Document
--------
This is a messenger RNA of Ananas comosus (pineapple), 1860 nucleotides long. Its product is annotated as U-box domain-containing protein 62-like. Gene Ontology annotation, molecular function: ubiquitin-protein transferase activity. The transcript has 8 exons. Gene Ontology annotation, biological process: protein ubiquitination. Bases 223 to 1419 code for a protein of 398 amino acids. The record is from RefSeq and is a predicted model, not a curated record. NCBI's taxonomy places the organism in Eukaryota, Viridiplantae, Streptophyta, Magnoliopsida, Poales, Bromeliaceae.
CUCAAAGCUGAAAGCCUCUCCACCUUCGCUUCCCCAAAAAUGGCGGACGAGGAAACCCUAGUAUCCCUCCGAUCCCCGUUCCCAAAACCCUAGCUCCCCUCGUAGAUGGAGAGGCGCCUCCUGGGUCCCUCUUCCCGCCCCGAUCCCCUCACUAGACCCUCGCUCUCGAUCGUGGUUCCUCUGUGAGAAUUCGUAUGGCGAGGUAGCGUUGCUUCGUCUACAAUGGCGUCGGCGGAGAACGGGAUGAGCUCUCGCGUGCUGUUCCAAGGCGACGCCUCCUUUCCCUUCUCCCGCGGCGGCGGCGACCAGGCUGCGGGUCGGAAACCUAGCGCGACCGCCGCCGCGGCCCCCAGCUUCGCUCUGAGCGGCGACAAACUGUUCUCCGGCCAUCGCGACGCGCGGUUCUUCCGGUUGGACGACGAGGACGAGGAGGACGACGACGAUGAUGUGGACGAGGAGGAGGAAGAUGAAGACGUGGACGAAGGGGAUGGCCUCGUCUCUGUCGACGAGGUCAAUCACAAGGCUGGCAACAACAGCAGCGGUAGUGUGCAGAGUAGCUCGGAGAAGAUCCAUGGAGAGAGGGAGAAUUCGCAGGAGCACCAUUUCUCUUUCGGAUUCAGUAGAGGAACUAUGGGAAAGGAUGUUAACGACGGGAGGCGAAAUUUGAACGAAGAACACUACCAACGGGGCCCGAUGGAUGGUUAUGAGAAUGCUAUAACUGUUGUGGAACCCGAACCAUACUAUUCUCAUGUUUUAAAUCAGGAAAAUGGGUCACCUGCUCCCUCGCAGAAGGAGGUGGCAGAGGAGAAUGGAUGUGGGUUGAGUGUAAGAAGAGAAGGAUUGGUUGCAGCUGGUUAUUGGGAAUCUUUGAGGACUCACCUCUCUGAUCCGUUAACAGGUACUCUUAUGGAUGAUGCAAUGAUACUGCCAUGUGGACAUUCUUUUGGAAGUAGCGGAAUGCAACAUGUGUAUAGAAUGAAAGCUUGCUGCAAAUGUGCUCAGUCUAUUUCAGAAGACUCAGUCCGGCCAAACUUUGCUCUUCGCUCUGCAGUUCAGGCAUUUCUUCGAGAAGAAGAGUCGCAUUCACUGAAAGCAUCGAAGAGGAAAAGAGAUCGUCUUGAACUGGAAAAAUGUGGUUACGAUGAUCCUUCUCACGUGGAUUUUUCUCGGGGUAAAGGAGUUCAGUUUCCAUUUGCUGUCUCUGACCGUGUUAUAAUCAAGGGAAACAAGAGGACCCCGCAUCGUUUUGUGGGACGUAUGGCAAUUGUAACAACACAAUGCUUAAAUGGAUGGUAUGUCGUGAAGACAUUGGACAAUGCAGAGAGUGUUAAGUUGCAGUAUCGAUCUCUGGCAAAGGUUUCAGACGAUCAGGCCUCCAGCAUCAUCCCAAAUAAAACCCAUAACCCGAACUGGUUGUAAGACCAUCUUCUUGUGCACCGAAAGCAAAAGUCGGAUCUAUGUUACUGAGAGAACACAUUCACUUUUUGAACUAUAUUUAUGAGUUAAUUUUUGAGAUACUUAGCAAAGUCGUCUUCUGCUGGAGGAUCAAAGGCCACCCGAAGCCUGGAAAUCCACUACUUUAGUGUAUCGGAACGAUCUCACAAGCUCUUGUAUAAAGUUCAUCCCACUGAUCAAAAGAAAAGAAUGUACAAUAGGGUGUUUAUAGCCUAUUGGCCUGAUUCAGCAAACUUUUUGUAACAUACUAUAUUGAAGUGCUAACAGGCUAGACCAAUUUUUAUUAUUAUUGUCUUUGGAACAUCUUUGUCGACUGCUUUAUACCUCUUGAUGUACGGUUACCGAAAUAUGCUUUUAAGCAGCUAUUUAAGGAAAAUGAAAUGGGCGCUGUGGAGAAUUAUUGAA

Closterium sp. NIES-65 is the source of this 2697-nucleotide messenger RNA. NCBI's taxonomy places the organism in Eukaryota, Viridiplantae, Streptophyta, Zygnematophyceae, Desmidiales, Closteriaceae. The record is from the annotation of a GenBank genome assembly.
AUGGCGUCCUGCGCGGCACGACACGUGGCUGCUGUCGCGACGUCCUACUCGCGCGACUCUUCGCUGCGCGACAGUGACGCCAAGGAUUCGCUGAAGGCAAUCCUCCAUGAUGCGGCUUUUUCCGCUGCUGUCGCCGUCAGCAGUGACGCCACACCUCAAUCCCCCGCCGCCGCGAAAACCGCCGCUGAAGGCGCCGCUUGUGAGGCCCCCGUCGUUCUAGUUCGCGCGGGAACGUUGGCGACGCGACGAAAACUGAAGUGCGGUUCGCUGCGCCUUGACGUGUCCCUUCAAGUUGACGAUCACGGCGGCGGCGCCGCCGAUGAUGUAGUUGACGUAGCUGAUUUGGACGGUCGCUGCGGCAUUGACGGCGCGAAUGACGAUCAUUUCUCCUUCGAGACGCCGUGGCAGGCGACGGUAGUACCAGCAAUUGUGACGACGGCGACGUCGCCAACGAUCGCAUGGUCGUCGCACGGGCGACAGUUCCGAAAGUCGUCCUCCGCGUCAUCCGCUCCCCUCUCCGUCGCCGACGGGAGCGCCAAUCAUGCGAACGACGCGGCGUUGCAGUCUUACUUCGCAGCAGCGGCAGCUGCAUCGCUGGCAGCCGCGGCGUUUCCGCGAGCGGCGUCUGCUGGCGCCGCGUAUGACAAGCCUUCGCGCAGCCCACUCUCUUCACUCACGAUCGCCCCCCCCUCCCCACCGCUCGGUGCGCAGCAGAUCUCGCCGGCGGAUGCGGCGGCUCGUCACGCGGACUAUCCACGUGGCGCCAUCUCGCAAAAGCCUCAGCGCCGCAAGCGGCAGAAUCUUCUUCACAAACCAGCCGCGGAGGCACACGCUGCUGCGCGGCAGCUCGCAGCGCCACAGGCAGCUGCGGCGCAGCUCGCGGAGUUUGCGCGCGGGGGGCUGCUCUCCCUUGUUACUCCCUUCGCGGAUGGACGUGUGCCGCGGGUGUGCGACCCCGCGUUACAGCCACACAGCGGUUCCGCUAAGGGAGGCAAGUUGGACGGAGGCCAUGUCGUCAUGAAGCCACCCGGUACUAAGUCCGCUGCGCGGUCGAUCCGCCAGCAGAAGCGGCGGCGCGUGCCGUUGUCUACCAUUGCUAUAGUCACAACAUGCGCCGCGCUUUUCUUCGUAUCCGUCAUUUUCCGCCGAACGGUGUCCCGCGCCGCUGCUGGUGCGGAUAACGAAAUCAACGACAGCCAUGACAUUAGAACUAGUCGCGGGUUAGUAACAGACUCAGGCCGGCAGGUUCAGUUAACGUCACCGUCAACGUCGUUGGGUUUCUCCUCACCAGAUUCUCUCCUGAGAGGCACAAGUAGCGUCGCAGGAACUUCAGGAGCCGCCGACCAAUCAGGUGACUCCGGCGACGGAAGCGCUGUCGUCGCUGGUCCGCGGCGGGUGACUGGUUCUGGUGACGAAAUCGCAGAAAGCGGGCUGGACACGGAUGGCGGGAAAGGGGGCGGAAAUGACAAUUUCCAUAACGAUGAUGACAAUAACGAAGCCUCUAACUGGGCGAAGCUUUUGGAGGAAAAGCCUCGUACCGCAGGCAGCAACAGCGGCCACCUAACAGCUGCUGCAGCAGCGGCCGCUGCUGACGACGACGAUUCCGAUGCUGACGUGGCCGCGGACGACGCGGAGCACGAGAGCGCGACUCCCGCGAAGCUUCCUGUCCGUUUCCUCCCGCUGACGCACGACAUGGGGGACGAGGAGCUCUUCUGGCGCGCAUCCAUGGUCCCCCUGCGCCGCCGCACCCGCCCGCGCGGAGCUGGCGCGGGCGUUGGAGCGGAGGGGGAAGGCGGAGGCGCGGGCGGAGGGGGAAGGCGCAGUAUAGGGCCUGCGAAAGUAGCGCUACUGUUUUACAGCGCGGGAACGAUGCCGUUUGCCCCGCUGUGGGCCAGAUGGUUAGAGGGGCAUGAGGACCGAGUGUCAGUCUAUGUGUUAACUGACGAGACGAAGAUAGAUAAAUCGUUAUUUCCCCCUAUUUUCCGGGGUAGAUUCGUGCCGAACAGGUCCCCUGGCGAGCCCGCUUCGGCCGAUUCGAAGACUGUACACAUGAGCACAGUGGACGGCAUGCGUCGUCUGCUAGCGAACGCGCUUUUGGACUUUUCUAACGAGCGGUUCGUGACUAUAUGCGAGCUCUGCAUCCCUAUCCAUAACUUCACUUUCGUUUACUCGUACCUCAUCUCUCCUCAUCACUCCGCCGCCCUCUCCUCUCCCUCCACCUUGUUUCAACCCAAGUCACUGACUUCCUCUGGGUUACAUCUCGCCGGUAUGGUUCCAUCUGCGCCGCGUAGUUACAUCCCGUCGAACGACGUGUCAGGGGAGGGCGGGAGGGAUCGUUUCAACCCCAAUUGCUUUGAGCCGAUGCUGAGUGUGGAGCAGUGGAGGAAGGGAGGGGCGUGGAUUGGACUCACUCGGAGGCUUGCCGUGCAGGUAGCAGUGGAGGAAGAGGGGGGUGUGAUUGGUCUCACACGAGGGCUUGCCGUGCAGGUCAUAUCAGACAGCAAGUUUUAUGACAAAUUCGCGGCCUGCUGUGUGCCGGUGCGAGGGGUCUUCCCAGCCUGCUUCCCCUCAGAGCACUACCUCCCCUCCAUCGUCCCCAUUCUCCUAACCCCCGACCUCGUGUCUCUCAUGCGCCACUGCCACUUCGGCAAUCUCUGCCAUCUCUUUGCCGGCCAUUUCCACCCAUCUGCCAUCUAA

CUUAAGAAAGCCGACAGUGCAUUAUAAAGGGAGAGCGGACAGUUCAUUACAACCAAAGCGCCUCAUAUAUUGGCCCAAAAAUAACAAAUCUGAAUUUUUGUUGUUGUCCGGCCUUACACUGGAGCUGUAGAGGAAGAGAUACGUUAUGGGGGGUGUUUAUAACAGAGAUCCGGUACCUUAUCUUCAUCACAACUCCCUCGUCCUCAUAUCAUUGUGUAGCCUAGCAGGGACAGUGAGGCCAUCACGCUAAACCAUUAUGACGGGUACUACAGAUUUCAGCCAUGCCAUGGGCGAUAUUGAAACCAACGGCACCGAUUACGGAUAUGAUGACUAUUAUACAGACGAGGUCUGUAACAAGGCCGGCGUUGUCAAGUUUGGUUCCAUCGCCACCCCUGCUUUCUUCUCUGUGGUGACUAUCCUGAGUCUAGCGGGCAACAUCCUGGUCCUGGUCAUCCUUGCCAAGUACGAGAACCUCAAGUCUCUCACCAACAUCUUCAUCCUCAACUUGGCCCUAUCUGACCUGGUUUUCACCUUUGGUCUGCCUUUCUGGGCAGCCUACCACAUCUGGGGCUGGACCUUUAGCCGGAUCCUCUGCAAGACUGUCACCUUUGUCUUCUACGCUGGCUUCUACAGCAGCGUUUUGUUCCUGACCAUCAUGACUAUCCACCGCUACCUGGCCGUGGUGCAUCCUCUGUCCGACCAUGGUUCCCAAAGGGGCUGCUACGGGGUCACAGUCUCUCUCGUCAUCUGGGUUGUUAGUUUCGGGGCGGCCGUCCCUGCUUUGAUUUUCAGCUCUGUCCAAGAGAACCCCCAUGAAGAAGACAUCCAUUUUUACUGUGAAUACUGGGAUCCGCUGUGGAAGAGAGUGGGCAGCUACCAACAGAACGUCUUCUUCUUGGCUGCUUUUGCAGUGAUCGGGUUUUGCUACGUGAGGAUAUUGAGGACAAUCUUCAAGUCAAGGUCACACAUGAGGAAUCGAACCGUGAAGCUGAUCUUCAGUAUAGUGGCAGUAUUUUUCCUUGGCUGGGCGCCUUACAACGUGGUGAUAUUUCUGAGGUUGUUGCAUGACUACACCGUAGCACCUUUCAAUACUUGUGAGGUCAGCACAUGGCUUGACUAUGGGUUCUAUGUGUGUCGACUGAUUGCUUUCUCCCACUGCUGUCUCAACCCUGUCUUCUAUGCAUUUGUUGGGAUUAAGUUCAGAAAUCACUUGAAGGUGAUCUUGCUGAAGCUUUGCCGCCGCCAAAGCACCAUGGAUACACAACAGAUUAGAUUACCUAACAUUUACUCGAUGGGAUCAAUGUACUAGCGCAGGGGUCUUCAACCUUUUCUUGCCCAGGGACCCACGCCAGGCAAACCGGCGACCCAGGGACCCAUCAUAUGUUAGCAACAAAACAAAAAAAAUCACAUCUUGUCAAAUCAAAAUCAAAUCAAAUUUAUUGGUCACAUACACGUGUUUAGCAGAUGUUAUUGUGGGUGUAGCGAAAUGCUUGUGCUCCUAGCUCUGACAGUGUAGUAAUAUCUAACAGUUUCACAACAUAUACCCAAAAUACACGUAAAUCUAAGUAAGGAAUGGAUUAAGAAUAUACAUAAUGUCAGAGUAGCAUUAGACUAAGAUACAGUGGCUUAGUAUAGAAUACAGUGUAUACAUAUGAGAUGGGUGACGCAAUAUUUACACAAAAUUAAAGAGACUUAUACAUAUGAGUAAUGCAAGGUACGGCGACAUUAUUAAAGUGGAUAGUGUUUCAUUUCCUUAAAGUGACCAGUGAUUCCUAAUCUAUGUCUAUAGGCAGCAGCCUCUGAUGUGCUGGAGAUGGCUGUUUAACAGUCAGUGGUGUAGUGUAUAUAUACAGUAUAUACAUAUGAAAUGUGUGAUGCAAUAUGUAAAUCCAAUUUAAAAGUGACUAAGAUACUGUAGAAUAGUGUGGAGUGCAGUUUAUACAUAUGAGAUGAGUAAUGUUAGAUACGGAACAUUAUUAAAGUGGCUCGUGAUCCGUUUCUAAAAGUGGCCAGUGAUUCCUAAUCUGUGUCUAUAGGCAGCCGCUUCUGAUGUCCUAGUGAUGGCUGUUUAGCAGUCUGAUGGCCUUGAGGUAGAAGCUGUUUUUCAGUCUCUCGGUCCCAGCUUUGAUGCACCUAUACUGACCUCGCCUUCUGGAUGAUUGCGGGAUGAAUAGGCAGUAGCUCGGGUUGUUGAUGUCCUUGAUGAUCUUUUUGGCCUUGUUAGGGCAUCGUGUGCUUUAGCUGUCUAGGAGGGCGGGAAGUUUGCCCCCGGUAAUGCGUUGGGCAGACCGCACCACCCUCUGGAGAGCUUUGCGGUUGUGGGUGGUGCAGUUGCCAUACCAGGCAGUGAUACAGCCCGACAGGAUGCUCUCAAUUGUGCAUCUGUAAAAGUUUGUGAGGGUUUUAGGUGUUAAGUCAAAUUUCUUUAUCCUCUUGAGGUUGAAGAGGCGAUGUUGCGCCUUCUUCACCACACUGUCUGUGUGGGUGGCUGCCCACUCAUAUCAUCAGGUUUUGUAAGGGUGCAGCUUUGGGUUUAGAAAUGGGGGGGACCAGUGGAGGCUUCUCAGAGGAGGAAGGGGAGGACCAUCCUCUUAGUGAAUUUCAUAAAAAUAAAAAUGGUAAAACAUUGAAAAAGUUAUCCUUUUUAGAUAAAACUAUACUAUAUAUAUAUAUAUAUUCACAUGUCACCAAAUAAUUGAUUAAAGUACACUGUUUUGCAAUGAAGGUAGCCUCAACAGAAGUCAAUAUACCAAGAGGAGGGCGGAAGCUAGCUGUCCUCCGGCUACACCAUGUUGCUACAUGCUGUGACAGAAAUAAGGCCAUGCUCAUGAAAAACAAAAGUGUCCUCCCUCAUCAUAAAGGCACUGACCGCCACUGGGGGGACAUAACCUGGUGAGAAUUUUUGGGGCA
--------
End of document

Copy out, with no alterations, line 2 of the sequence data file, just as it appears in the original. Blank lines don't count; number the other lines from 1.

CUCAAAGCUGAAAGCCUCUCCACCUUCGCUUCCCCAAAAAUGGCGGACGAGGAAACCCUAGUAUCCCUCCGAUCCCCGUUCCCAAAACCCUAGCUCCCCUCGUAGAUGGAGAGGCGCCUCCUGGGUCCCUCUUCCCGCCCCGAUCCCCUCACUAGACCCUCGCUCUCGAUCGUGGUUCCUCUGUGAGAAUUCGUAUGGCGAGGUAGCGUUGCUUCGUCUACAAUGGCGUCGGCGGAGAACGGGAUGAGCUCUCGCGUGCUGUUCCAAGGCGACGCCUCCUUUCCCUUCUCCCGCGGCGGCGGCGACCAGGCUGCGGGUCGGAAACCUAGCGCGACCGCCGCCGCGGCCCCCAGCUUCGCUCUGAGCGGCGACAAACUGUUCUCCGGCCAUCGCGACGCGCGGUUCUUCCGGUUGGACGACGAGGACGAGGAGGACGACGACGAUGAUGUGGACGAGGAGGAGGAAGAUGAAGACGUGGACGAAGGGGAUGGCCUCGUCUCUGUCGACGAGGUCAAUCACAAGGCUGGCAACAACAGCAGCGGUAGUGUGCAGAGUAGCUCGGAGAAGAUCCAUGGAGAGAGGGAGAAUUCGCAGGAGCACCAUUUCUCUUUCGGAUUCAGUAGAGGAACUAUGGGAAAGGAUGUUAACGACGGGAGGCGAAAUUUGAACGAAGAACACUACCAACGGGGCCCGAUGGAUGGUUAUGAGAAUGCUAUAACUGUUGUGGAACCCGAACCAUACUAUUCUCAUGUUUUAAAUCAGGAAAAUGGGUCACCUGCUCCCUCGCAGAAGGAGGUGGCAGAGGAGAAUGGAUGUGGGUUGAGUGUAAGAAGAGAAGGAUUGGUUGCAGCUGGUUAUUGGGAAUCUUUGAGGACUCACCUCUCUGAUCCGUUAACAGGUACUCUUAUGGAUGAUGCAAUGAUACUGCCAUGUGGACAUUCUUUUGGAAGUAGCGGAAUGCAACAUGUGUAUAGAAUGAAAGCUUGCUGCAAAUGUGCUCAGUCUAUUUCAGAAGACUCAGUCCGGCCAAACUUUGCUCUUCGCUCUGCAGUUCAGGCAUUUCUUCGAGAAGAAGAGUCGCAUUCACUGAAAGCAUCGAAGAGGAAAAGAGAUCGUCUUGAACUGGAAAAAUGUGGUUACGAUGAUCCUUCUCACGUGGAUUUUUCUCGGGGUAAAGGAGUUCAGUUUCCAUUUGCUGUCUCUGACCGUGUUAUAAUCAAGGGAAACAAGAGGACCCCGCAUCGUUUUGUGGGACGUAUGGCAAUUGUAACAACACAAUGCUUAAAUGGAUGGUAUGUCGUGAAGACAUUGGACAAUGCAGAGAGUGUUAAGUUGCAGUAUCGAUCUCUGGCAAAGGUUUCAGACGAUCAGGCCUCCAGCAUCAUCCCAAAUAAAACCCAUAACCCGAACUGGUUGUAAGACCAUCUUCUUGUGCACCGAAAGCAAAAGUCGGAUCUAUGUUACUGAGAGAACACAUUCACUUUUUGAACUAUAUUUAUGAGUUAAUUUUUGAGAUACUUAGCAAAGUCGUCUUCUGCUGGAGGAUCAAAGGCCACCCGAAGCCUGGAAAUCCACUACUUUAGUGUAUCGGAACGAUCUCACAAGCUCUUGUAUAAAGUUCAUCCCACUGAUCAAAAGAAAAGAAUGUACAAUAGGGUGUUUAUAGCCUAUUGGCCUGAUUCAGCAAACUUUUUGUAACAUACUAUAUUGAAGUGCUAACAGGCUAGACCAAUUUUUAUUAUUAUUGUCUUUGGAACAUCUUUGUCGACUGCUUUAUACCUCUUGAUGUACGGUUACCGAAAUAUGCUUUUAAGCAGCUAUUUAAGGAAAAUGAAAUGGGCGCUGUGGAGAAUUAUUGAA